I’ve spent the last week back in my wintry homeland in Canada, and here the scales have fallen from my eyes, and I have seen the light, and I have a message for all of you who live in America, a message of the utmost importance, inscribed in fire on the sacred stone of the Internet. And that message is: holy crap T-Mobile is awesome. If you travel internationally at all, you should switch to T-Mobile now.
Yes, I know I sound like a paid shill. I feel awkward and embarrassed about that. I think my record speaks for itself, though: when it comes to tech companies, usually I’m a crotchety, negative guy. But this is different. This is terrific.
Heck, only six months ago I wrote a post called “America’s Carriers Are Terrible. It’s Probably Your Fault.” But then in October T-Mobile rolled out its free unlimited international global roaming.
Basically, international travellers on a monthly T-Mobile plan no longer have to either deal with rapacious roaming charges or the hassle of getting and activating a new SIM card local to your destination. Instead you just switch data roaming on and let your phone find your provider. To my considerable amazement, that’s all I needed to do; no APN hacking, no mobile-network munging, no service calls; It Just Works. I could even tether.
It’s not perfect, of course. You still have to pay, albeit very reasonable prices, for calls and texts, and your free data is only 2G/128kbps. Needless to say, you can buy 4G roaming from T-Mobile, but I’ve found no need to do so; in Toronto, at least, 2G is plenty good enough to check email and Twitter between the many zones and cafes where you can pick up a cup of wi-fi nowadays — and it’s so much better than the alternatives that any comparison at all is kind of insulting.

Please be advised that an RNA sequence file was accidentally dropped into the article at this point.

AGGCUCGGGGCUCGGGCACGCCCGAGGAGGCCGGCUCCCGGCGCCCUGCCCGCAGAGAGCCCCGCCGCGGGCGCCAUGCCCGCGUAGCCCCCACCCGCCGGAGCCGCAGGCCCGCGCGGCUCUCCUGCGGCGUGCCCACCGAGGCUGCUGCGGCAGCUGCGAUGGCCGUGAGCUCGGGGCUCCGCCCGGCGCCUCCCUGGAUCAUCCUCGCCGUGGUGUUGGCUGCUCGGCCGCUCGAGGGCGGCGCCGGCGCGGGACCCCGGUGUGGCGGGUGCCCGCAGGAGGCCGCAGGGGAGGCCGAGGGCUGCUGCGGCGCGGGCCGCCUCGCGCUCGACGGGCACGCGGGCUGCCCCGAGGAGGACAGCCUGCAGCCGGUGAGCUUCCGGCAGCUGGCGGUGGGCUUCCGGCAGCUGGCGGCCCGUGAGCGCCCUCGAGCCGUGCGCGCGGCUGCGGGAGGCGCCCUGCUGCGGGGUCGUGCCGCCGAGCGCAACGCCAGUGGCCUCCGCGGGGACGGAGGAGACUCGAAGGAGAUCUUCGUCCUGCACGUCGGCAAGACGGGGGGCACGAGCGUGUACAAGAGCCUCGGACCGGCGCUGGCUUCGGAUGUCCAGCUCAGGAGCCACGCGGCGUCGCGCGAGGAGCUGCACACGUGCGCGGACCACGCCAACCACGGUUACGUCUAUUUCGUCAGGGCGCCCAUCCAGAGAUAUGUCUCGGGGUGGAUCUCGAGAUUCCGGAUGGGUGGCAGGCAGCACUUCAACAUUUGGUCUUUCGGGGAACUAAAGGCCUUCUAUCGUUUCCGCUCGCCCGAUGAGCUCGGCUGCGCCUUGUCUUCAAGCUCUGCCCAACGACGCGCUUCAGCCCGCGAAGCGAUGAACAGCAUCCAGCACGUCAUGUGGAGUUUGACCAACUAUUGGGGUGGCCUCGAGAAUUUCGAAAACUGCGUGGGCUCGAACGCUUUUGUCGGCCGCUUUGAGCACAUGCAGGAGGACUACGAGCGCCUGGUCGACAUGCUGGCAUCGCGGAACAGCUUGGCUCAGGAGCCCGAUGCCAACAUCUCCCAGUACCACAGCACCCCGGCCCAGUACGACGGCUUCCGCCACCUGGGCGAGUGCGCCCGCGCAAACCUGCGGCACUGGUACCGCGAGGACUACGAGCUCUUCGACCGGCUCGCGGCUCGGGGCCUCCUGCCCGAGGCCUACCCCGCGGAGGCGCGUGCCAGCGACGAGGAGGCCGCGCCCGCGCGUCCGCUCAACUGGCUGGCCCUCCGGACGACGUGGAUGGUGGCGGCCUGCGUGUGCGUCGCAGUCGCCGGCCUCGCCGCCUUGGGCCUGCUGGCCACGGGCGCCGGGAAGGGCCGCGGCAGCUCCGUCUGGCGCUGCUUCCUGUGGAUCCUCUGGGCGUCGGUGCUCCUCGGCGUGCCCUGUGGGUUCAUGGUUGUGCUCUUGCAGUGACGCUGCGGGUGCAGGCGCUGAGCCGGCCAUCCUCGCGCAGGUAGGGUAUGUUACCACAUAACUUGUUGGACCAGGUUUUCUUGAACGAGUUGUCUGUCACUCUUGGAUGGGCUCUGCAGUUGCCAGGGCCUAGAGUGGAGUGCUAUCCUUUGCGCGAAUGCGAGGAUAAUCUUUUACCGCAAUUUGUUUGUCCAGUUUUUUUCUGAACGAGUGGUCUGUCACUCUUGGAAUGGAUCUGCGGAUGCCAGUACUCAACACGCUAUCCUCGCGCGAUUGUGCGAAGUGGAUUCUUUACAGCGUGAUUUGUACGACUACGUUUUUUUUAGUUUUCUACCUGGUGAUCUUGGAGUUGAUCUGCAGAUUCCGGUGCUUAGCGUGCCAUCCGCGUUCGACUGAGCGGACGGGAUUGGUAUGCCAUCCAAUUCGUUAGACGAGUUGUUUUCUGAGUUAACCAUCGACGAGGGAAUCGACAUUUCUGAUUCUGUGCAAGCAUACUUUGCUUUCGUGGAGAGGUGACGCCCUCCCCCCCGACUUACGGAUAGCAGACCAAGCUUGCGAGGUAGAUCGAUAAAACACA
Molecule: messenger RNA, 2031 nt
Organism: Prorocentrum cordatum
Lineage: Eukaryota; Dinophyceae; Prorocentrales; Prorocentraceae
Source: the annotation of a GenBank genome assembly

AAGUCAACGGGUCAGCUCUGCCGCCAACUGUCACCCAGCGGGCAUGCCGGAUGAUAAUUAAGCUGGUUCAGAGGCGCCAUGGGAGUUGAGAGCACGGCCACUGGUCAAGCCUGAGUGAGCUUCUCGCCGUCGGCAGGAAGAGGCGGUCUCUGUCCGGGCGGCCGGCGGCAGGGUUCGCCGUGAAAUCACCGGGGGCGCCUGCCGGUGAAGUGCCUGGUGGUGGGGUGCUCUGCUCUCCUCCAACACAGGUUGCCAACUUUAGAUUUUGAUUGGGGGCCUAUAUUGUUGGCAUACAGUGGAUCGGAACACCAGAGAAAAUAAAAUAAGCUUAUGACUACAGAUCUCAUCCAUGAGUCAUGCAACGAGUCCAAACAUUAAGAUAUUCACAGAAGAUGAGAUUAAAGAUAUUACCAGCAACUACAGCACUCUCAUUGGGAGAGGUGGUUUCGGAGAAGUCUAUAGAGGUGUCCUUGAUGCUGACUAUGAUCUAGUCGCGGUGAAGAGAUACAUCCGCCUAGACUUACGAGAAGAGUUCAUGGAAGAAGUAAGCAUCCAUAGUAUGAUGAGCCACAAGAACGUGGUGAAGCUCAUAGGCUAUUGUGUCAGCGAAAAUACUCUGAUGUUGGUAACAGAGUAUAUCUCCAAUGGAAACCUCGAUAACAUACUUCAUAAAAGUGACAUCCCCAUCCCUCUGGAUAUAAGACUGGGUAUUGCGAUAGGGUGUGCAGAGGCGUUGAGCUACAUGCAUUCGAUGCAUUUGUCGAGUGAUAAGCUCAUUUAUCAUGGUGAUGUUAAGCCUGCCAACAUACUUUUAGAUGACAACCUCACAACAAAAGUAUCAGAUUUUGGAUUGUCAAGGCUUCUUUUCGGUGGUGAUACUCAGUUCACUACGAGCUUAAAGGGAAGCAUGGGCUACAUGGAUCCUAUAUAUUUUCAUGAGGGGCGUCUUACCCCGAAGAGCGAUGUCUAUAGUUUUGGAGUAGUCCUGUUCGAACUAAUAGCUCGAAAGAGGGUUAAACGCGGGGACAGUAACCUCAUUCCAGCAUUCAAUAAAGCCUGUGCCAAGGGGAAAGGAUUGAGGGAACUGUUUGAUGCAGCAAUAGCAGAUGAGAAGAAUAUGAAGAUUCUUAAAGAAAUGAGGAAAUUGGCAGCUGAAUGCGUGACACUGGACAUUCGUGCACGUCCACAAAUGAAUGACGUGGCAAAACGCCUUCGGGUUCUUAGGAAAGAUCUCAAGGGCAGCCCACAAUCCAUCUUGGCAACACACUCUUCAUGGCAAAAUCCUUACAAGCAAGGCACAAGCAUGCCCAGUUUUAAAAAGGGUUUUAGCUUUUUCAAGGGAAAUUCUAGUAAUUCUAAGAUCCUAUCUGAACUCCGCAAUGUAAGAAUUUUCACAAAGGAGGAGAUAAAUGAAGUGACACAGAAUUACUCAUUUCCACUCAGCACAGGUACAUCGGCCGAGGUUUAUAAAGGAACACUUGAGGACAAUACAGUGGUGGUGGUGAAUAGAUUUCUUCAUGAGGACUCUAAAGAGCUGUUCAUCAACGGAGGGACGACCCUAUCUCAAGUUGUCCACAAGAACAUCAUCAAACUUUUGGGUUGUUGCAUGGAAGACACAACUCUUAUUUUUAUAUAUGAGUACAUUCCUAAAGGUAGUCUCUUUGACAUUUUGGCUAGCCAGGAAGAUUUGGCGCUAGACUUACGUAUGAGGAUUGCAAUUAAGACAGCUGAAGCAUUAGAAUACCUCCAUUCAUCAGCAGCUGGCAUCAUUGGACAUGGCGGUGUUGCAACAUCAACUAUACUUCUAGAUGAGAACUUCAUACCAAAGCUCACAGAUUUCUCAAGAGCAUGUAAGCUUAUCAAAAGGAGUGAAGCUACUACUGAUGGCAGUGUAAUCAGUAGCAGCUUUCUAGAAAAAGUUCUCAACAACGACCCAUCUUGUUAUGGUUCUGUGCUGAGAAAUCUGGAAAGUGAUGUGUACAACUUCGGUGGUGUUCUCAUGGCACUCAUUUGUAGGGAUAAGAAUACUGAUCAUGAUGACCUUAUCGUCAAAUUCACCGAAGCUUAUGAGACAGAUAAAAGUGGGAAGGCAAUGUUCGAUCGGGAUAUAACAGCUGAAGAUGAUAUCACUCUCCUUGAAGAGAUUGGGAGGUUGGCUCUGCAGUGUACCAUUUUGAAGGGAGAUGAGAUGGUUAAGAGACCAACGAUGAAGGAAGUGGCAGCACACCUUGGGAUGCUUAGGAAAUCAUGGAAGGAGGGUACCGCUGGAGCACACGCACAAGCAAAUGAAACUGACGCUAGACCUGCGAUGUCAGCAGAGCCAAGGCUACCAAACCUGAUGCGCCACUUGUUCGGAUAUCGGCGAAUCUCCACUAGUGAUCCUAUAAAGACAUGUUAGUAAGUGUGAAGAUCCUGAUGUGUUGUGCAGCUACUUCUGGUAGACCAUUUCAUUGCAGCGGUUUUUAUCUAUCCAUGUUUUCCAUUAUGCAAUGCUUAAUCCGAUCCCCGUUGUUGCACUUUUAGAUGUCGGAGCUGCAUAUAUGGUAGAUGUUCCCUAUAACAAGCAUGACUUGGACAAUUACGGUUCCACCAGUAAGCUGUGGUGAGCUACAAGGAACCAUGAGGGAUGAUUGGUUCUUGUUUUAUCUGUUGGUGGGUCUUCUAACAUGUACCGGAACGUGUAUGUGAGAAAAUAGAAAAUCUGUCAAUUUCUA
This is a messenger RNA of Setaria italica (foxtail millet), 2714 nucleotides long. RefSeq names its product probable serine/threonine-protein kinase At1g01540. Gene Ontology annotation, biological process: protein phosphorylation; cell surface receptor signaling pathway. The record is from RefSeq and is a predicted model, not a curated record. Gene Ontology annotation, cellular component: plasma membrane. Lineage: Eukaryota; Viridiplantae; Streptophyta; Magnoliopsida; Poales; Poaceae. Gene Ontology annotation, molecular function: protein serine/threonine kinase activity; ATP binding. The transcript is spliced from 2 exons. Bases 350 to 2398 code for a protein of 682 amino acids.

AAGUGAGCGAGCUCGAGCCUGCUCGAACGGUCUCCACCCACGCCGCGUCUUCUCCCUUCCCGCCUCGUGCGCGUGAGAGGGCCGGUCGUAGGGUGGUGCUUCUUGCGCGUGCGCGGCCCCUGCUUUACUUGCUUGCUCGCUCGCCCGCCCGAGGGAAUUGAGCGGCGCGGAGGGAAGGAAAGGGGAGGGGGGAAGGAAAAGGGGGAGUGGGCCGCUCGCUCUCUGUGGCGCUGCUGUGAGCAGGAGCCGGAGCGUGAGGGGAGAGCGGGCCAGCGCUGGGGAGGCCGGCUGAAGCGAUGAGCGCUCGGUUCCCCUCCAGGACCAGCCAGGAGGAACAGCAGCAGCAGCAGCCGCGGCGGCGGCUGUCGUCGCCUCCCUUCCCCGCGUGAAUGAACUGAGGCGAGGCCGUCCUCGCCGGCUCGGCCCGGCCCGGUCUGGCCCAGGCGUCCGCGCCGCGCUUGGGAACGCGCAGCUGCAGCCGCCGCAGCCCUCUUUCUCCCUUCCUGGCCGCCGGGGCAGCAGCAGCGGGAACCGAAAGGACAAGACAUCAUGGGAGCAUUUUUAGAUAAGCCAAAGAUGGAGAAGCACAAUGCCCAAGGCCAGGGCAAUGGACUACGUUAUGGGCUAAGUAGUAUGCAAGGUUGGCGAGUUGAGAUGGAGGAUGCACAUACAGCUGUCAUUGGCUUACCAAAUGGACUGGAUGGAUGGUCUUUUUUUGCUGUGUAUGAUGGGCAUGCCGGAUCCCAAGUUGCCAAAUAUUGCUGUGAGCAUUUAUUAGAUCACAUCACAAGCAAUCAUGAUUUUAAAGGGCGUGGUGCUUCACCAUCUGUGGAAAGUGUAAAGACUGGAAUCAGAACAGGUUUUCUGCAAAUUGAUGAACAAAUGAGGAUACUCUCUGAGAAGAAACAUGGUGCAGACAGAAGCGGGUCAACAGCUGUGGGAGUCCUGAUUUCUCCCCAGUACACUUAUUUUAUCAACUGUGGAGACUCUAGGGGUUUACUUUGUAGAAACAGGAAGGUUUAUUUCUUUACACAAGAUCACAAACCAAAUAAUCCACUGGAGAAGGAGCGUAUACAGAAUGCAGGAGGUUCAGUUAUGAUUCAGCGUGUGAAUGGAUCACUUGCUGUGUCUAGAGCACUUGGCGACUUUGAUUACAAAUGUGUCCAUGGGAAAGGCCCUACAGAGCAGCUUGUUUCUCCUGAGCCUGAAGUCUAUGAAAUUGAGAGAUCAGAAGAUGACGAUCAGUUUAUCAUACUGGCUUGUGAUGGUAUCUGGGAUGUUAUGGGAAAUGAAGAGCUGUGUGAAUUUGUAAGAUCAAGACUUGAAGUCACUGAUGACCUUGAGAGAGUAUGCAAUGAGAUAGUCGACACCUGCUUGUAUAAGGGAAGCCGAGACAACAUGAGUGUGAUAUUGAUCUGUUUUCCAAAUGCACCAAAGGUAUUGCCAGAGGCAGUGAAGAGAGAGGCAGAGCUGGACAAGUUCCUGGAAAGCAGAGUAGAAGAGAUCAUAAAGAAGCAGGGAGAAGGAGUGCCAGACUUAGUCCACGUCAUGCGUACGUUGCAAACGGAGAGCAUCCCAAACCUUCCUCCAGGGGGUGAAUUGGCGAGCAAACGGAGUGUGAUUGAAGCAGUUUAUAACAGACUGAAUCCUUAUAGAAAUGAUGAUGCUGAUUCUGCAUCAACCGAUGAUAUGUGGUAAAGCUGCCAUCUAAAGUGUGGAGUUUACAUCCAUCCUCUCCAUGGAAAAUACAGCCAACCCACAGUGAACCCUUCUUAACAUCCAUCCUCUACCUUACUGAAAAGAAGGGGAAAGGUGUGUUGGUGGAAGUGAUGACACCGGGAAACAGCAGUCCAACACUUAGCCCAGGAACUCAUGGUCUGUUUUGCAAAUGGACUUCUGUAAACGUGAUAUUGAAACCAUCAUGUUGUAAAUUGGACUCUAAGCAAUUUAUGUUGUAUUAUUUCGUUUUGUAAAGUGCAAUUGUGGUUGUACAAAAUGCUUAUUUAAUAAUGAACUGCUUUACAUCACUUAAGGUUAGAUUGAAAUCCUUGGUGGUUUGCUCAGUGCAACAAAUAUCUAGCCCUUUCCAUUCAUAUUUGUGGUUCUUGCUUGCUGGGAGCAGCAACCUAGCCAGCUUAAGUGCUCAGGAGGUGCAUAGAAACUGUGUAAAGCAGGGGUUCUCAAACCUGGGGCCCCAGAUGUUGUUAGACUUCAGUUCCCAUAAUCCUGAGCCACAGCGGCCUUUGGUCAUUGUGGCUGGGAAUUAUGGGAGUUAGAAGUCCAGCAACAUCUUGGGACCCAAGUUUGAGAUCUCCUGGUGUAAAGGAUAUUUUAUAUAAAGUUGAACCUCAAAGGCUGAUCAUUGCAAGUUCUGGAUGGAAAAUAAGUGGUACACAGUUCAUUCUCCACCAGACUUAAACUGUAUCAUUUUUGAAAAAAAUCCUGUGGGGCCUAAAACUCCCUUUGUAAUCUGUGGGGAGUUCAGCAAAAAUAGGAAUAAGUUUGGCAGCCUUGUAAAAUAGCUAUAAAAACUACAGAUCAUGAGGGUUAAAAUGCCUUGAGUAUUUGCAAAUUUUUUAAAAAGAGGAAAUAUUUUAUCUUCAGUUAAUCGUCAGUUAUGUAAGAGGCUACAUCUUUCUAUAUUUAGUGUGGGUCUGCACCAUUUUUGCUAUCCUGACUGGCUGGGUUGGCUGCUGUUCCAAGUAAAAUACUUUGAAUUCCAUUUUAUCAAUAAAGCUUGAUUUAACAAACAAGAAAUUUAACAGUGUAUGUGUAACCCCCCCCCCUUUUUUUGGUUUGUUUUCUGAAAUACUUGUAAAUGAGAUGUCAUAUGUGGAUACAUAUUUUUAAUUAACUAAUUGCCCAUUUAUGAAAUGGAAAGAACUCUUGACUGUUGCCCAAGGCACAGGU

I am not accustomed to sounding like an advertisement like this. To be honest it kind of makes my skin crawl. But it’s probably important, on the rare occasions that a company — an American carrier, no less — actually does that right thing, that we praise them to the rafters and sing hosannas in their name.
Oh, I have no illusions that T-Mobile’s boardroom is full of angels. They were only driven to doing the right thing because they were the distant fourth-place competitor in a vicious market; and now that Softbank/Sprint is on the verge of buying them, everything may change. I wouldn’t be the least bit surprised if they canned this initiative the day after the merger closes, on the grounds that it actually improves their users’ lives without desperately inconveniencing them at every possible pretext and then charging them to mitigate those inconveniences — and we can’t have that, can we? It sets a bad precedent.
I half-expect their attitude towards their customers to soon revert to that of a medieval lord towards his serfs. But maybe, in the interim, we travellers can send a message by voting with our feet. Abandon your current carrier, buy an unlocked phone, and flock to T-Mobile and its (currently) almost incomprehensibly user-friendly plans. This golden era probably won’t last; but make the most of it while you can.
Image credit: chrisinplymouth, Flickr.